By Alex Henderson, AlterNet, 5/14/14
If USPS in its current form ceases to exist, the results will be harsh.
On April 24, members of the American Postal Workers Union (APWU) and other unions held 56 “Stop Staples” demonstrations in 27 different states. The postal workers, carrying signs that read, “The U.S. mail is NOT for sale,” were protesting against a privatization deal between the U.S. Postal Service and the office supply chain Staples.
Launched in October 2013, the deal allows non-unionized employees of 82 Staples stores to help sort mail. If the program is expanded later this year, that number could increase to 1,500 stores. In a press release, APWU said of the program, “Staples employees, who work for low wages and meager benefits—and who have received minimal training—operate these unsecured postal counters.”
APWU sees the Staples deal as a step toward much greater privatization of the U.S. Postal Service, and they are right to be concerned, not only because of the interests of postal workers, but also, because the privatization or dismantling of the U.S. Postal Service will be terrible for American consumers and small businesses.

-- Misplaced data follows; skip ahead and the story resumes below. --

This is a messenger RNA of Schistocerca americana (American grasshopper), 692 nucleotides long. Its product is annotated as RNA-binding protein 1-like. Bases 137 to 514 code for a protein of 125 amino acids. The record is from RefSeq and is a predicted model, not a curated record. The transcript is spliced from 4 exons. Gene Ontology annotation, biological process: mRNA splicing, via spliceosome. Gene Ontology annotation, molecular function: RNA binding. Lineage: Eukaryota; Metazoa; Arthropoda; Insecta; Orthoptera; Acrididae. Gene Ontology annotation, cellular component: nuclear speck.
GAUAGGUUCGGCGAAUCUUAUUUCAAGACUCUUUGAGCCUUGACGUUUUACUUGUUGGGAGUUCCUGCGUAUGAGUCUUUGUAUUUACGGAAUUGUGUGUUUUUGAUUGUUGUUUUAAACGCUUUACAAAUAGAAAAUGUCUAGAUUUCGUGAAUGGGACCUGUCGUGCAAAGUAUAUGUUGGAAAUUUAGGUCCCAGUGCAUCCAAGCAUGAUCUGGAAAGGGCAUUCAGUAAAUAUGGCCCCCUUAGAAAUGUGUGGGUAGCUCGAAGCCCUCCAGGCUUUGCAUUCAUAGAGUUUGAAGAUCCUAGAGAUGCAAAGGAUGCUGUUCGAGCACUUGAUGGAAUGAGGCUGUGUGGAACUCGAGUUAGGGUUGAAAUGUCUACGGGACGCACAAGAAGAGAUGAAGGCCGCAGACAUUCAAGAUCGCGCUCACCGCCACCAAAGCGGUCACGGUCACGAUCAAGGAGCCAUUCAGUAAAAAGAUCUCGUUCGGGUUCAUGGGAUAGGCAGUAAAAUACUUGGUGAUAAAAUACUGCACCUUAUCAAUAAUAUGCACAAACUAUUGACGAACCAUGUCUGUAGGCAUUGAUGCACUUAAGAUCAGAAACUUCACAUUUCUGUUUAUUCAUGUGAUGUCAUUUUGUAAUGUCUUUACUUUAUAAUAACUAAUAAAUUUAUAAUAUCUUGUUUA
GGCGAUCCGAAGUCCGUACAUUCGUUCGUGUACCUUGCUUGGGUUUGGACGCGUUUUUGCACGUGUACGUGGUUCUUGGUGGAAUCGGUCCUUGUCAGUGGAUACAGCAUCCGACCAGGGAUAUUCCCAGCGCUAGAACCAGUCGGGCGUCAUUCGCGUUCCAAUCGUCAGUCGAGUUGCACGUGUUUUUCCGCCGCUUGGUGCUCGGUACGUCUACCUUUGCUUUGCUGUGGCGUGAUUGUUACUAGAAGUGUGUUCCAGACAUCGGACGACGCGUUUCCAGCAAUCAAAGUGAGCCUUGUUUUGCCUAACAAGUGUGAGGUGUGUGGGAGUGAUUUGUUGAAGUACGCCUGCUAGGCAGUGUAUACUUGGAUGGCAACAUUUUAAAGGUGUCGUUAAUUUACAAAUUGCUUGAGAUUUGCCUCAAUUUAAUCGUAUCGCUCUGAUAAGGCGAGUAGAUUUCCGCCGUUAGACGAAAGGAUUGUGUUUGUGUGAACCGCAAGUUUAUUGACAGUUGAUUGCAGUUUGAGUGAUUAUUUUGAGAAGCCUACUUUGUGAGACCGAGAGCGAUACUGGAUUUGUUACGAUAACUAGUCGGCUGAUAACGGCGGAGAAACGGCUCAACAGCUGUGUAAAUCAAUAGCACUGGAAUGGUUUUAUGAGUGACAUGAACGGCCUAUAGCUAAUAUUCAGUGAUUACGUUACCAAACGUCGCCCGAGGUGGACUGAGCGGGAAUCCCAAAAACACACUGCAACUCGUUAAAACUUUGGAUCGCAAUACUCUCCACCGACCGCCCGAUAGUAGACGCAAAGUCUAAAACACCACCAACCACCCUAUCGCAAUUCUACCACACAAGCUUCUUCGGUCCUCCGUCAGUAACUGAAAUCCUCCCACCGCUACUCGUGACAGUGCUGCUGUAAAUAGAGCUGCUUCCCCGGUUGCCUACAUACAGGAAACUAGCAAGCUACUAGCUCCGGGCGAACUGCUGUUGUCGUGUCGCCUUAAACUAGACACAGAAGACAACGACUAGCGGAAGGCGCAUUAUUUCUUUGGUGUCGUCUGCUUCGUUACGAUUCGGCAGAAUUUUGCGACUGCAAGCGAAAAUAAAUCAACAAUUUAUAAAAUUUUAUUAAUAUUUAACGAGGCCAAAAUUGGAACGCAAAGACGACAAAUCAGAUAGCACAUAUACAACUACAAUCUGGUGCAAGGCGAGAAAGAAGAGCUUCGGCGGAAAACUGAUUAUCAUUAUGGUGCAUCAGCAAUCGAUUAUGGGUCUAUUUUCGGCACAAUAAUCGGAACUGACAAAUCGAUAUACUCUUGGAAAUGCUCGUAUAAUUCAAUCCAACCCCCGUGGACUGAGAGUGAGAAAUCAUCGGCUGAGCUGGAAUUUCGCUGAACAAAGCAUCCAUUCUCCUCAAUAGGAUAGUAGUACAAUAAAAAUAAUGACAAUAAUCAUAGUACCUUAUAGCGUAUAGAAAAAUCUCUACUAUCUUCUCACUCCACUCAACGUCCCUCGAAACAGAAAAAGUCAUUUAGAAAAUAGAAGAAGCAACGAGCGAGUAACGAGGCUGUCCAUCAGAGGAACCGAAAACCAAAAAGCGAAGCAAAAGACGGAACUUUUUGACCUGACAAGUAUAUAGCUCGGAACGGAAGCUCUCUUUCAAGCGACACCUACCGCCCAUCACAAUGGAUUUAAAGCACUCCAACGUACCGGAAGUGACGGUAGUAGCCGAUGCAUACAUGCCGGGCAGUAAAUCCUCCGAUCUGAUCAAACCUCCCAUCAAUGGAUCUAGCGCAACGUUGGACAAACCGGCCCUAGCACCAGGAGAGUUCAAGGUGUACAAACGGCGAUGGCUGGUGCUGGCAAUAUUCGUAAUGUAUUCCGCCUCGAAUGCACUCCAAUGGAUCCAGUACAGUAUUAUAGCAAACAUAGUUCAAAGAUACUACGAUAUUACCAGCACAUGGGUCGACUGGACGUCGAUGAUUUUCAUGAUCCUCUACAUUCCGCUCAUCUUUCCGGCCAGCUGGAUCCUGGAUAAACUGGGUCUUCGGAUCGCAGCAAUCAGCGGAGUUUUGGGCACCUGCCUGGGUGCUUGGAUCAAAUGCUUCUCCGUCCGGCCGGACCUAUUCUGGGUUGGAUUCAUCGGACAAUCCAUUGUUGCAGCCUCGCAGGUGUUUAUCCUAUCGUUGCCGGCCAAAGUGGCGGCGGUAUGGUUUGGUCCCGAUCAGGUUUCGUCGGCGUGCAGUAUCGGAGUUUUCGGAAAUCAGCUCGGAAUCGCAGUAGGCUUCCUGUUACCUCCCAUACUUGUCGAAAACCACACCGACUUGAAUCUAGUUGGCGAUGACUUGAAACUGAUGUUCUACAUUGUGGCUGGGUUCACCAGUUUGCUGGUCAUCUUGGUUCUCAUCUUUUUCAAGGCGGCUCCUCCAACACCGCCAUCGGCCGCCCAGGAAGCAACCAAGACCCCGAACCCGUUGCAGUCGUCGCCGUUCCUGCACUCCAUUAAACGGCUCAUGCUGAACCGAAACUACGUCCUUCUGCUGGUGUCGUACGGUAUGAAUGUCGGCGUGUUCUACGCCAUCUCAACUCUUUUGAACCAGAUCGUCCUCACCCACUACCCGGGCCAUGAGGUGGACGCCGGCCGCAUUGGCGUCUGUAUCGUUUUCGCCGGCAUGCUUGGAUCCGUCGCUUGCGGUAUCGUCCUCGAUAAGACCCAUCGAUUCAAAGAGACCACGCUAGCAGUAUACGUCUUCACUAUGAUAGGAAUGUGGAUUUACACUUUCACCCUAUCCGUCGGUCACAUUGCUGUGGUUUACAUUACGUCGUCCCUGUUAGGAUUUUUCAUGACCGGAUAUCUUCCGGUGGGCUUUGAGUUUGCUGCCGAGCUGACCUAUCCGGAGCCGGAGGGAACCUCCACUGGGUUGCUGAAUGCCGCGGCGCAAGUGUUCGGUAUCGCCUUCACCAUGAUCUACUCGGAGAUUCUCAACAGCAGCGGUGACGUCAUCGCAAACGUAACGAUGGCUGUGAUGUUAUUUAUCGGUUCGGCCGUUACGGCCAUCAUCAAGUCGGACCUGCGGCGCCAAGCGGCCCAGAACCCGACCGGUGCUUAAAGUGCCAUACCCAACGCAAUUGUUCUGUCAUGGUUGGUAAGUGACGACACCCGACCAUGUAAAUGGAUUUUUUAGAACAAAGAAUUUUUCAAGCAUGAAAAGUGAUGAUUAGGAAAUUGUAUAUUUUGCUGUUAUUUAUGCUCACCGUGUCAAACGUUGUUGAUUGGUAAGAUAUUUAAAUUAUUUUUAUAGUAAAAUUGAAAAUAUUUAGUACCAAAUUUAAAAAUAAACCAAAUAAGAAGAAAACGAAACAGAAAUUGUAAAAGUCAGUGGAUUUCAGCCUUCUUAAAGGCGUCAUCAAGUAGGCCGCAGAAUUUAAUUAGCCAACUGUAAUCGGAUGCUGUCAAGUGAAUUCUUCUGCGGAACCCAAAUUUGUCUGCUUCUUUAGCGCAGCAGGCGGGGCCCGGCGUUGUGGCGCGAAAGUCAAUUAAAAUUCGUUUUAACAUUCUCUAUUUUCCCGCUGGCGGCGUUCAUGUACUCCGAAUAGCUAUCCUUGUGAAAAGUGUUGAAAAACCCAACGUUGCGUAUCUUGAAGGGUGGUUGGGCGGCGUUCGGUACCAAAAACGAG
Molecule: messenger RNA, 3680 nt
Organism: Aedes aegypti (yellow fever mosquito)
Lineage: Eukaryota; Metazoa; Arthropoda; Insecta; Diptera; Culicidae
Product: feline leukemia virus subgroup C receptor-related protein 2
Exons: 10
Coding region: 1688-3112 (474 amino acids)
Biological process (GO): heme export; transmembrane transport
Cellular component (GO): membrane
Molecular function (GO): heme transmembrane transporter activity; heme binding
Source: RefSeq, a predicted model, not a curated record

It’s no secret that times have been challenging for USPS. The increase in digital communications has resulted in many Americans spending much less on postage than 15 or 20 years ago. In 2006, a Republican-dominated Congress passed a bill forcing USPS to pre-fund future health benefits for retirees for the next 75 years (which Vermont Sen. Bernie Sanders has characterized as an “onerous financial burden”). To make matters worse, USPS has been facing the worst economic downturn since the Great Depression of the 1930s. And a combination of Republicans, Libertarians and neoliberal Blue Dog Democrats have been calling for drastic service cuts and privatization schemes. Ted DeHaven, budget analyst for the Cato Institute, a libertarian think tank, has repeatedly called for the total privatization of the U.S. Postal Service.
But if USPS in its current form ceases to exist, the results will be harsh, not only in terms of the job losses and loss of tax revenue (unionized postal workers pay a lot of federal and state taxes), but because of the hardships both businesses and consumers would suffer. The end of the U.S. Postal Service could mean more business for its two main privately owned competitors, Federal Express and the United Parcel Service (UPS). But to think either would offer a better deal to consumers is pure fantasy.
USPS is a government-run operation but is not taxpayer-funded—it is mandated by law to run like a business and turn a profit, but is subject to regulations and price controls and operates as a public service. Because USPS is governed by rules UPS and FedEx aren’t subject to, consumers and businesses benefit. USPS cannot charge more for mail delivery to one part of the U.S. than to another part of the U.S., but in a post-USPS America, all bets are off. And a comparison of USPS and non-USPS prices offers a glimpse into life without the U.S. Postal Service. …
keep reading and see links at AlterNet